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Interactive Annual 15:

Eagle Eye: Free Fall

Launch Live Site

“A great use of technologies to get the Web audience living the story. This project has renewed my faith in movie Web games; I was hooked and actually sort of scared!” —Michelangelo Capraro

“OMG! Best site ever! An incredibly immersive online experience that utilizes mobile and video to emulate the movie plot in a visceral way.” —Amber Bezahler

Overview: Just one marketing component for the film Eagle Eye, this interactive site acted as a prequel by establishing the film's concept and introducing its main character. A break-through in online alternate reality gaming, it’s an immersive experience integrating mobile voice recognition and Flash. Essentially a series of videos that creates a profile for the main character, the segments are strung together within the context of several fictional Web sites that create the illusion that the user is tracking the character through the Web and eventually catching up with him in the real world. After entering a phone number, the journey begins.

  • • The technical obstacles included telephone-to-Web connectivity and syncing, voice recognition and keeping participants engaged in a narrative structure that requires ten minutes to complete.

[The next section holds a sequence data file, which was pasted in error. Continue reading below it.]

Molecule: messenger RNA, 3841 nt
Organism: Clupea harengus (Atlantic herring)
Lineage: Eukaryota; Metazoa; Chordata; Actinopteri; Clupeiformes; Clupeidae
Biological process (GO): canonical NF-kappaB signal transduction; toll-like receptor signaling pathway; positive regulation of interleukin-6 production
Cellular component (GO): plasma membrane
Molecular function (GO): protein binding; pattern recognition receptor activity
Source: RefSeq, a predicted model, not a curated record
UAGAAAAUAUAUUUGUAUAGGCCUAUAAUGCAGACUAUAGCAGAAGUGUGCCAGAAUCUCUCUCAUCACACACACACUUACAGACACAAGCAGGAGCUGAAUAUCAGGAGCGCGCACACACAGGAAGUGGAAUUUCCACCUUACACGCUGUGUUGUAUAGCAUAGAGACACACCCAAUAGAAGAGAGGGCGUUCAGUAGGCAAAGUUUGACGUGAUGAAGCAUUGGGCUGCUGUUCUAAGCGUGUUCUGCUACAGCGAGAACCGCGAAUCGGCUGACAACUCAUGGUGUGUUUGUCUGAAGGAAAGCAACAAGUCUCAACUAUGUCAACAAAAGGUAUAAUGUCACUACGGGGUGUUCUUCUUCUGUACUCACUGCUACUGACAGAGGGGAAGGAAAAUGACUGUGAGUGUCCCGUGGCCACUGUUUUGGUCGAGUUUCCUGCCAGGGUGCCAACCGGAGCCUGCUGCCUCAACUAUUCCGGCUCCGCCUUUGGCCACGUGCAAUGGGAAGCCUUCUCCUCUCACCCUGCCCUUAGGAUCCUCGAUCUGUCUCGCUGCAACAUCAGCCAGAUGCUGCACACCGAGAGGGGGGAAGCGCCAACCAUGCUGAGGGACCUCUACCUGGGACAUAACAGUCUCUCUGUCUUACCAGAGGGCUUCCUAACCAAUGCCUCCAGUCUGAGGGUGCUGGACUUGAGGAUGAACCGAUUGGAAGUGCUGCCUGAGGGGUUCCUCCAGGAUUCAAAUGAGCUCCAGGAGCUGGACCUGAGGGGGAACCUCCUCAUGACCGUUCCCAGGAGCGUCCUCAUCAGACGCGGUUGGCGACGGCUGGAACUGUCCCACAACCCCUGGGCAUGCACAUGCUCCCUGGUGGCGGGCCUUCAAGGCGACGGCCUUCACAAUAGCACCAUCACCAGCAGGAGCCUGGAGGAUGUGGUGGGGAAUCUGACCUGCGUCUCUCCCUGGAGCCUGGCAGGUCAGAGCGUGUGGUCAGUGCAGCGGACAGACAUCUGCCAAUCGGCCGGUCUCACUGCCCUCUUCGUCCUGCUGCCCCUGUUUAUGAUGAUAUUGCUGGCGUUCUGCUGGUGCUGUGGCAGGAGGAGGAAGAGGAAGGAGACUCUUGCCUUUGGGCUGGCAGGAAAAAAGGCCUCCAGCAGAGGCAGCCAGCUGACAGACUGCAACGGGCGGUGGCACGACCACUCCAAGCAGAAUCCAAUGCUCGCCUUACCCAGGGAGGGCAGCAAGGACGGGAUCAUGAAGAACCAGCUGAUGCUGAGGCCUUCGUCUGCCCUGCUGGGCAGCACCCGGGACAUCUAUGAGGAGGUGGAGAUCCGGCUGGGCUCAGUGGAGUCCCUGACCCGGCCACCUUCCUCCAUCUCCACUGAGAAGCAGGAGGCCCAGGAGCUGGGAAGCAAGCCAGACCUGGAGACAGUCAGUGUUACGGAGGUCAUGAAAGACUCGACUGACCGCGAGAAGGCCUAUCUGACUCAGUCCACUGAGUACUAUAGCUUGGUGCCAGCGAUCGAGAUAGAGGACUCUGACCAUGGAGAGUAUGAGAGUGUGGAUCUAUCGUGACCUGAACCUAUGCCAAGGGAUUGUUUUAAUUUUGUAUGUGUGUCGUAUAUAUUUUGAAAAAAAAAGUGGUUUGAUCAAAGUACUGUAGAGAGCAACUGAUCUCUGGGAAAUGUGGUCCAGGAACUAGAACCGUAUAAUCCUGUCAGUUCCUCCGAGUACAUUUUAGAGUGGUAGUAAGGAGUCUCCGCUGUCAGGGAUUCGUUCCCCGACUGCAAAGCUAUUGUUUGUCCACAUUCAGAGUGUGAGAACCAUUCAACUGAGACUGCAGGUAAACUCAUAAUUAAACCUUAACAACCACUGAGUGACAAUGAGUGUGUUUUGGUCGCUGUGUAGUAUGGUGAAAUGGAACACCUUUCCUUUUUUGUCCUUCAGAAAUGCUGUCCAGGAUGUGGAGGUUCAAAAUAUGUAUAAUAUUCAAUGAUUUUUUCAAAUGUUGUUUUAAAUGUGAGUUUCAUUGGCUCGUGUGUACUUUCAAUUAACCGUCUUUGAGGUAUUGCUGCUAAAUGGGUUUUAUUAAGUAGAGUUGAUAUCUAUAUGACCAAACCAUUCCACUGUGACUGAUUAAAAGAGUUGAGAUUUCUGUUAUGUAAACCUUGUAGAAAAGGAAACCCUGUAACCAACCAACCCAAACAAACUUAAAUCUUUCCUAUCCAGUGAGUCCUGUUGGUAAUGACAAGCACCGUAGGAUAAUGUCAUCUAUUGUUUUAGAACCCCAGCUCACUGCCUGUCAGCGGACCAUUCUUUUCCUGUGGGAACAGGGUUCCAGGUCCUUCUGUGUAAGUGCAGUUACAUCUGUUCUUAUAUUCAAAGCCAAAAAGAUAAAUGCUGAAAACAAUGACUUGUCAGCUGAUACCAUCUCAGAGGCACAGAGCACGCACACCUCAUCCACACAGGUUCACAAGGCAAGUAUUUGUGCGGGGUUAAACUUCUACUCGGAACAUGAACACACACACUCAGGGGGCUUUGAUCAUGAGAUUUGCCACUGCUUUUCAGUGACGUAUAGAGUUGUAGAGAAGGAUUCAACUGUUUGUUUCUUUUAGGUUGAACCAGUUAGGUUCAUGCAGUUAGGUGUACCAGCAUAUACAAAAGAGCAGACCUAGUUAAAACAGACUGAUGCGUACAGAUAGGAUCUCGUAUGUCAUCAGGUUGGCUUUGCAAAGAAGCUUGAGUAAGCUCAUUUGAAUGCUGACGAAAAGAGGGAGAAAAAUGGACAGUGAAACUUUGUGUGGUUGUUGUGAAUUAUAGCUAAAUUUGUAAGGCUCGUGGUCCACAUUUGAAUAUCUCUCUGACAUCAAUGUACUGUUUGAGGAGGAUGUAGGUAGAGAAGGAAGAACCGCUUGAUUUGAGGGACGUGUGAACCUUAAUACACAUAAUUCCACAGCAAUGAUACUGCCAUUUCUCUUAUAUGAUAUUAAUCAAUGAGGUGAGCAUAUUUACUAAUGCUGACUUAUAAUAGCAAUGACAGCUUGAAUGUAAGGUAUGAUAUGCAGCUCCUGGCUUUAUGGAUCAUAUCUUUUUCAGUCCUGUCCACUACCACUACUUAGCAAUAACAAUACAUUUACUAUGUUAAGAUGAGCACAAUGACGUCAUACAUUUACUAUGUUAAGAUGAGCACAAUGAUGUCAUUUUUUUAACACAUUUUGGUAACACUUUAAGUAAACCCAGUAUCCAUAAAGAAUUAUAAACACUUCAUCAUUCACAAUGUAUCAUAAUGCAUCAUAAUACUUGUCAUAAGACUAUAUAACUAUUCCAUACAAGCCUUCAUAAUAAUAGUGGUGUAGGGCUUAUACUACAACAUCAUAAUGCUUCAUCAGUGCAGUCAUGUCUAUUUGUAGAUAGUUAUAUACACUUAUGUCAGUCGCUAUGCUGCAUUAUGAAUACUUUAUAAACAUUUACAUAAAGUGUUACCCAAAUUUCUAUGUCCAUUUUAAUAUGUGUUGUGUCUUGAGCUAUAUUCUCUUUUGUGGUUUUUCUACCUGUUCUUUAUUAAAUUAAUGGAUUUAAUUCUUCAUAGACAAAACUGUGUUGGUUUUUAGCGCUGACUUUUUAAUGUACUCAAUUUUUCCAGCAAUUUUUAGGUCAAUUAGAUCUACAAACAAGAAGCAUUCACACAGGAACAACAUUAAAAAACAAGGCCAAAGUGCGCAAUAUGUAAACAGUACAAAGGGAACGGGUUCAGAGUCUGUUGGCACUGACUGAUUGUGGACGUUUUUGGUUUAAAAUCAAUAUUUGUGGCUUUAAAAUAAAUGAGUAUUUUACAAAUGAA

• • The most unique interactive feature is the use of over-the-phone voice recognition to trigger events on the site.
  • • Because the site is a real-time narrative it doesn’t use a traditional navigation structure; users are instructed to click links and provide information but each case is a unique interactive element.

Comments by Michael Rivo

How did time constraints affect your final solution? “The project happened very fast. We had six weeks to design the story around the script and develop the backend integration, so we had little time to look back. That said, we were always making sure that the experience held together; since the development of a piece in the middle could impact an earlier scene, we spent a lot of time going back-and-forth between scenes to resolve and improve things. We're used to agile development but agile storytelling was something new to us.”

How did this project compare with others you’ve worked on in the past? “We really hadn’t done or seen anything like this before and that was super attractive to us. We were pretty psyched to take it on. We like all of our projects to take us out of our comfort zone and provide us with an opportunity to learn. Given the complexity of this project, it looked as though it would prove to be a great vehicle for learning from a technical, visual and storytelling perspective.”

Did the response to it surprise you? “The ARG (alternate reality gaming) forums blew up. It even produced an unexpected viral component on YouTube; people videoed themselves playing the game and made mash-ups with their own live footage.”


Malea Gadoury, art director
Brandon Herring/Michael Rivo/Sean Stewart, creative directors
Michael Rivo/Tony Sheeder, principals
Arrel Gray, interactive technical director
Chad Altemose/Gil Polguere/Vitaly Yurchenko, developers
Elan Lee, lead designer
Shawn Myers, motion graphics
Chris Bunney/Eric Oldrin, producers
Jim Stewartson, executive producer
Breana Canton, project manager
Gino Nave, sound designer
Telefon Projekt, development partner
Fourth Wall Studios, project design and development
17FEET Interactive (San Francisco, CA), design firm
Paramount Pictures, client